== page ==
ESA: FIRST Space Telescope to be Re-named 'Herschel Space Observatory'
Feature • December 12, 2000
On the 200th anniversary of the discovery of infrared light by William Herschel, ESA's Far Infrared and Submillimetre Telescope, FIRST, will be re-named the 'Herschel Space Observatory'. This was announced this morning by ESA's Director of Science, Roger Bonnet, during the opening of the FIRST conference in Toledo, Spain. The Anglo-German astronomer William Herschel discovered infrared light 200 years ago, thanks to which astronomers can now observe a facet of the Universe that otherwise remains hidden.
ESA's 'Herschel', due to be launched in early 2007, is the first space observatory covering the full far-infrared and sub-millimetre waveband. It will now be named after the discoverer of infrared light.
Roger Bonnet explained: "It strikes me that we are at a key scientific conference devoted to the next ESA infrared space mission, gathering together many 'infrared pioneers' 200 years after a famous musician and astronomer discovered that by placing a thermometer in the remote part of the solar spectrum, where apparently there was no light, he could detect heat. What we call now infrared radiation. This meeting marks two events: the beginning of a very promising utilisation of FIRST, and the adoption of a new name for the telescope: Herschel Space Observatory".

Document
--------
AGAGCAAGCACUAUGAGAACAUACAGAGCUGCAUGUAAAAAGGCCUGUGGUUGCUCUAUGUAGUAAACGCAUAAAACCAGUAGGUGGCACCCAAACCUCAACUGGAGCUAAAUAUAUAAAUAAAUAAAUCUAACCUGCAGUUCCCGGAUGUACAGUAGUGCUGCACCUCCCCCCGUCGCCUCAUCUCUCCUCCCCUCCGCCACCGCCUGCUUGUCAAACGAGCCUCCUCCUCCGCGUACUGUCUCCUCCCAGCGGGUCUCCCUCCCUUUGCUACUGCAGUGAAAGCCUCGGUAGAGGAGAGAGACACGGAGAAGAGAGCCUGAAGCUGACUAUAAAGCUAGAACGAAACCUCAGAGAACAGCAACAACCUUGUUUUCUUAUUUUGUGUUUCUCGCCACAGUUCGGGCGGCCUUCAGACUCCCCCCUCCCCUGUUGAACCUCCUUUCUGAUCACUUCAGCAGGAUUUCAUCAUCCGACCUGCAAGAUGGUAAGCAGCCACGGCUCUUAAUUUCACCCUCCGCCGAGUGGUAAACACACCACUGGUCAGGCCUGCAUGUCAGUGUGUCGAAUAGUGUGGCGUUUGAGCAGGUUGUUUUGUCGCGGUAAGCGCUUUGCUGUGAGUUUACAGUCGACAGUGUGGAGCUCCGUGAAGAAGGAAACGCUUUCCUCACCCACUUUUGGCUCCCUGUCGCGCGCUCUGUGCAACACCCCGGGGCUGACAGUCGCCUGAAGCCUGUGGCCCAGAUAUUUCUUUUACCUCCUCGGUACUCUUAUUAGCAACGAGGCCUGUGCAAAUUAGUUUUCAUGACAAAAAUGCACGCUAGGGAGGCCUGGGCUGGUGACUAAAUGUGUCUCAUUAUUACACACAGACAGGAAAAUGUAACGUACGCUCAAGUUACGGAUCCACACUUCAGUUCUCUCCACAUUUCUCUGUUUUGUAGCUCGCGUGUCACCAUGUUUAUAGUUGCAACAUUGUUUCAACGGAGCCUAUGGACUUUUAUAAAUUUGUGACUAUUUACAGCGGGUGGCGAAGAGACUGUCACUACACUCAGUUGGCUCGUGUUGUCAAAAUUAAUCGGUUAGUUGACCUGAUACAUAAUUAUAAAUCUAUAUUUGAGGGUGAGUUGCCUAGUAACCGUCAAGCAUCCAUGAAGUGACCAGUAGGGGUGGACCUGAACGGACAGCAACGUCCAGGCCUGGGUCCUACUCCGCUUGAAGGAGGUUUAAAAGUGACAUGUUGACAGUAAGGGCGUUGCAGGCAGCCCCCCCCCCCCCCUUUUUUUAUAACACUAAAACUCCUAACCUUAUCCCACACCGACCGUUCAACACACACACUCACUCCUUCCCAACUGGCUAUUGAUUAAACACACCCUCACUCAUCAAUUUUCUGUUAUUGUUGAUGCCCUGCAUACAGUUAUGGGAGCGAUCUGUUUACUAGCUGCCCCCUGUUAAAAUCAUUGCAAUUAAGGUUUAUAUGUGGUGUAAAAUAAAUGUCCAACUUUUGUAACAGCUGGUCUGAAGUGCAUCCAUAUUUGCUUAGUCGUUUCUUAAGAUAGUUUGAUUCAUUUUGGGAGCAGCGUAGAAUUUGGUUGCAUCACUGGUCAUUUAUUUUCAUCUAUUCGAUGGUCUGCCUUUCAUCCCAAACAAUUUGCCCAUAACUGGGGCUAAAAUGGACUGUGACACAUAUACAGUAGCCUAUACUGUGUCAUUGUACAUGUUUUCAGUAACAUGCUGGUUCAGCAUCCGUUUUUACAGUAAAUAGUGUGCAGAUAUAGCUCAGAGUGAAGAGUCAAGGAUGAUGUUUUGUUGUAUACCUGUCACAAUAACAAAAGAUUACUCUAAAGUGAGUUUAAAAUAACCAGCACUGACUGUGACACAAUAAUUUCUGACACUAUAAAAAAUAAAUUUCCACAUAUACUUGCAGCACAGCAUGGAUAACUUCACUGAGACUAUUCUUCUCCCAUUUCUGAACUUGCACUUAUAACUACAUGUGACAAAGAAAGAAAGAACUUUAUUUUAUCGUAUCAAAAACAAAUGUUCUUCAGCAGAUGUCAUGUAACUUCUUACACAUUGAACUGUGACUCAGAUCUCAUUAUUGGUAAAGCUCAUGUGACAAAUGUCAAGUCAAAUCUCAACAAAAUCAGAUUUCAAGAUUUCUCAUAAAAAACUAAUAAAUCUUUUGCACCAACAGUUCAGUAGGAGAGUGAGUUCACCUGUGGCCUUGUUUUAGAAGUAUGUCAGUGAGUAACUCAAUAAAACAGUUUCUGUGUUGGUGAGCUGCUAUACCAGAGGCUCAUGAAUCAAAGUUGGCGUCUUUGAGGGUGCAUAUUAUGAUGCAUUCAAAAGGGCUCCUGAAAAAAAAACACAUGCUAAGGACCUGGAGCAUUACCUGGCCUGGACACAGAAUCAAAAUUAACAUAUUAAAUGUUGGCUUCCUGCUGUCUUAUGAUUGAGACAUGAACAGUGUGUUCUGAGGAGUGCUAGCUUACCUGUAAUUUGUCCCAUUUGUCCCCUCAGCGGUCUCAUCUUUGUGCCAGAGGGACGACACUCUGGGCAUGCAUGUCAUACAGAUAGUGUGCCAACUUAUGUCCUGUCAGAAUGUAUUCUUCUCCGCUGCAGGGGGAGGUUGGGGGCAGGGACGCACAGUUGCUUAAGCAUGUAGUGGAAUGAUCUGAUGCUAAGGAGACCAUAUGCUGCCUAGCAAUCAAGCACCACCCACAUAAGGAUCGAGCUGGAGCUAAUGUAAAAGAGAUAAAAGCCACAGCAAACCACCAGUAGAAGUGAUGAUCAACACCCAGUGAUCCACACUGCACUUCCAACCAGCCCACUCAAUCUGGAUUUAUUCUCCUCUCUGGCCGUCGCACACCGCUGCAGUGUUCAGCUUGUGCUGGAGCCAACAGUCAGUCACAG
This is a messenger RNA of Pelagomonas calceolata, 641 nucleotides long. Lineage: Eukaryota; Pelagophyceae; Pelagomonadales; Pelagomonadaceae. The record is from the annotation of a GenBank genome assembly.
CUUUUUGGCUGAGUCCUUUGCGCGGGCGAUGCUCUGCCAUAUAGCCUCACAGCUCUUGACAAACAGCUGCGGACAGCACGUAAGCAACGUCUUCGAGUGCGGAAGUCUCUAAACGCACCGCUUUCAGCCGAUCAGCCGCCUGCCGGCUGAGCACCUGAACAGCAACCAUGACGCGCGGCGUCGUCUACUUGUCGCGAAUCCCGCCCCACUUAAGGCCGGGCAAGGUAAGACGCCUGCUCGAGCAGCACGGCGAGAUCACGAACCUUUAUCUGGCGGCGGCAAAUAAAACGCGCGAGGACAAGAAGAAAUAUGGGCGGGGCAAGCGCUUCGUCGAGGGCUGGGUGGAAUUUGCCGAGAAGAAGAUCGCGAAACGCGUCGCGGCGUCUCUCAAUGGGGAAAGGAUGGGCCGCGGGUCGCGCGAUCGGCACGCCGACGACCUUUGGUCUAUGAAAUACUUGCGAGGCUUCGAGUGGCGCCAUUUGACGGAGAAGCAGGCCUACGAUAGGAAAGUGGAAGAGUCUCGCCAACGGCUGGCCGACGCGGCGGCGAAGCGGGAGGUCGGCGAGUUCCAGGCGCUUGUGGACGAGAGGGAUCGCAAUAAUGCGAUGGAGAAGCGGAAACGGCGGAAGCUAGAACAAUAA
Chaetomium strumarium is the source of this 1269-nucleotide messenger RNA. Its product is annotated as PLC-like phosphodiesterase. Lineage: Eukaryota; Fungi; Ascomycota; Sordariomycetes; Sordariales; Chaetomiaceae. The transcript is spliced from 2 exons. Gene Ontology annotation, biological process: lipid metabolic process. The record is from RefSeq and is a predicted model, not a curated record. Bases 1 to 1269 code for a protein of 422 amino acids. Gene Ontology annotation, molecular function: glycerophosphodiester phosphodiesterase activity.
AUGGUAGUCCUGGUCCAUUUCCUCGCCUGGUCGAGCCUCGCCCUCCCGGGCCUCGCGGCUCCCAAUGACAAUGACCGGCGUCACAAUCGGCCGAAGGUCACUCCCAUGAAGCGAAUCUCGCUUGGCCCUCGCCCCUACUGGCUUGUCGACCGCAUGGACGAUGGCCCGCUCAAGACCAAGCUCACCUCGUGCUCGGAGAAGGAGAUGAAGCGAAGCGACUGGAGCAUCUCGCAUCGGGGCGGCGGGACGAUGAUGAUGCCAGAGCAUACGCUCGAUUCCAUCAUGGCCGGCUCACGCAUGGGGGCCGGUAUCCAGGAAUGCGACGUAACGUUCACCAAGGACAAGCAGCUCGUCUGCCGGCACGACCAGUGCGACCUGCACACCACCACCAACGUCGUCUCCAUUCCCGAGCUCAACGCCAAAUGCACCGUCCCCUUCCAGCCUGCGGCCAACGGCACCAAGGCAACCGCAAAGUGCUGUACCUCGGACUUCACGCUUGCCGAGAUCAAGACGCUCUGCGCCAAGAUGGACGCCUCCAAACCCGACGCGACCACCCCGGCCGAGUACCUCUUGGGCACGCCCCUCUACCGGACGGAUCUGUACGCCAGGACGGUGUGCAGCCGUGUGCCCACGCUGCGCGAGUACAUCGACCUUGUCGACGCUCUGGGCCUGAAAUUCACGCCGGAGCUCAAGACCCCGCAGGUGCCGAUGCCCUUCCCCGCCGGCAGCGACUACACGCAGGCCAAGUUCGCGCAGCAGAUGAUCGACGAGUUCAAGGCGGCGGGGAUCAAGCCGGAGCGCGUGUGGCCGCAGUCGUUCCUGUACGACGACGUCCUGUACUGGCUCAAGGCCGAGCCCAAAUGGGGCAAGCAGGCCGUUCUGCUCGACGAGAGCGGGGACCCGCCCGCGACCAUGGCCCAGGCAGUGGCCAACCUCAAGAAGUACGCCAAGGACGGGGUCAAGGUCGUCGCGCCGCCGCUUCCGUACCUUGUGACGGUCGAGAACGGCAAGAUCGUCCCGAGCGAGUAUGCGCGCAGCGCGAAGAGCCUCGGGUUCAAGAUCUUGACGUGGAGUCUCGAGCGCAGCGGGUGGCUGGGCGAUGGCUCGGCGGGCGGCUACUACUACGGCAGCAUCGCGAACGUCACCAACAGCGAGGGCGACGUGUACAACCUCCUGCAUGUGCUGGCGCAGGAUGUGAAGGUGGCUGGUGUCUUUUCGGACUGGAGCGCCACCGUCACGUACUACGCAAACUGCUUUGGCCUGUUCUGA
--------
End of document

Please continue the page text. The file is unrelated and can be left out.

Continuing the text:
The main goal of the conference 'The promise of FIRST' (12-15 December), is to gather together the most outstanding infrared astronomers to discuss the 'scientific agenda' of the telescope.
Herschel Space Observatory's main research topics include the formation and evolution of stars and galaxies. With its 3.5 metre mirror, it will inaugurate a new generation of space 'giants'.
Herschel will be launched together with another ESA scientific mission, Planck, to study the origin and evolution of the Universe. Planck satellite is also named after one of the main physicists of this century, Max Planck. Herschel and Planck will separate shortly after launch and will be operated independently from their orbits situated 1.5 million kilometres away from Earth.